What happens when hurt is the the only thing you have to bring to worship and the questions that haunt you may never be answered? If in His tender will God has allowed tragedy to come your way, what do you do with grief and sorrow that accompany these seasons?
I have been through trying seasons. My family has too. We’ve experienced sudden and tragic death.
We’ve known heartache from the loss of friendships and deeply invested relationships. I have personally experienced seasons of depression that have at times neutralized my joy.
For most of my life I’ve been in church. My Dad is still in ministry after decades of faithful service.
In that time, I’ve heard many sermons and countless encouragements to leave your troubles at the door so that you can meet with God. In other words, forget about what is going on in life so that you can worship Him.
That has always bugged me.
It has gnawed at my heart because I can’t leave my hurt at the door.
When depression is my daily “soulmate” how do I leave it behind?
When death steals relationships from us or destroys the lives of those whom we love, is disassociation the best course of meeting with God?
I’ve asked this question for years.
I’ve found the best thing I can do is to bring it all to Him.
If He breathed life into these dry bones and knows every hair on my head, I am confident that he can handle my anger and my defeat.
Hope is found not in forgetting about our troubles in an effort to distance myself from them and possibly have a moment’s reprieve.
Hope is found in the person of Jesus Christ and the fellowship that we enjoy with him in times of suffering, tragedy, and defeat. It is there in this communion of soul and spirit with the Son of God that our sufferings become the very means by which Jesus brings a greater comfort, a deeper affection, and a stronger foundation.
A couple of years ago my wife and I were in a very difficult season. It was taking a toll on our marriage. One day, my Dad called me to see how I was doing with everything. He had been prompted in his heart because he felt a heaviness in his spirit for me. For those who know my Dad, his river runs deep, but he sometimes is a man of few words. We finished our talk, and I fell apart. I was so moved by my dad’s affection for me. After drying the pool of tears on the floor where I was sitting this thought hit me like a ton of bricks. If this season of suffering prompted my Dad to call me like that, I’d go through the hurt again because the affection of my Dad far exceeded the pain I was experiencing. In fact, his love expressed like that strengthened me to continue on in faith in Christ.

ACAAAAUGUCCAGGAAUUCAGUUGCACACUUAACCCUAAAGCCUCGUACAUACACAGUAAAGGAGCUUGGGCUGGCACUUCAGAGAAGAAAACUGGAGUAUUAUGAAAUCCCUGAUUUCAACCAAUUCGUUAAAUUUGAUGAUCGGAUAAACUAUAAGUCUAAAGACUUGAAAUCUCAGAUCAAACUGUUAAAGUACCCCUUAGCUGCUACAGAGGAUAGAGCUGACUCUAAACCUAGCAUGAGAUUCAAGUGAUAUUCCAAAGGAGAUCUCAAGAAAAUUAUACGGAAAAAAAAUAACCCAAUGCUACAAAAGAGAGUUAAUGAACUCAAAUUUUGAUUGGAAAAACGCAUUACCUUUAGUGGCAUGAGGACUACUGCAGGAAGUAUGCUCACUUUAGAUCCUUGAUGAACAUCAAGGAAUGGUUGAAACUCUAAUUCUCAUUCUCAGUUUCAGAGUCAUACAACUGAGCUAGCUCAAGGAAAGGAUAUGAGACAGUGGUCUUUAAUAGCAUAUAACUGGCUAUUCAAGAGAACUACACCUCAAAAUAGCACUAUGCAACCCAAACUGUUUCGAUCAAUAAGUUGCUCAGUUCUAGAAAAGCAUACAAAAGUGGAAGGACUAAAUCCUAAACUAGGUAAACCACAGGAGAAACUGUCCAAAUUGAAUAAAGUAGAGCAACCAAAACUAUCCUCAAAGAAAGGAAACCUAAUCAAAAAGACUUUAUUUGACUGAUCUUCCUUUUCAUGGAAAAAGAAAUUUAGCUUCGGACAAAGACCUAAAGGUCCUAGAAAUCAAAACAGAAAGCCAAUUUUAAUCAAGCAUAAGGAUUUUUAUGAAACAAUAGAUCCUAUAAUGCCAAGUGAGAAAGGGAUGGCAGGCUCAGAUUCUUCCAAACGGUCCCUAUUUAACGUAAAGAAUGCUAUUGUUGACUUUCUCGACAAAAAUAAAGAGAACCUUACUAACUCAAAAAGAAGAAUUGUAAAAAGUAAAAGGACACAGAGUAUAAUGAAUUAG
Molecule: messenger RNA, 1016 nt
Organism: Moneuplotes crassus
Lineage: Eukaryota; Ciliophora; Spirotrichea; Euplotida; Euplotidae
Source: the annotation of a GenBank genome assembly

Our sufferings are an opportunity to experience a deeper level of affection from The Father.
If we avoid Him during these seasons or avoid bringing them to Him, we might miss out on the blessing that can only be found in moments of lowliness and brokenness.
So come to the cross. Come to Jesus. Come to The Father and allow the sweet ministry of The Holy Spirit to draw you into the warm embrace of the one who gave it all so that He could give himself to you in this way.
I can tell you first hand that God is ready for our stuff. We don’t have to leave it at the threshold of worship. As a matter of fact, in bringing it to the cross we’re actually approaching the threshold of deeper communion with God.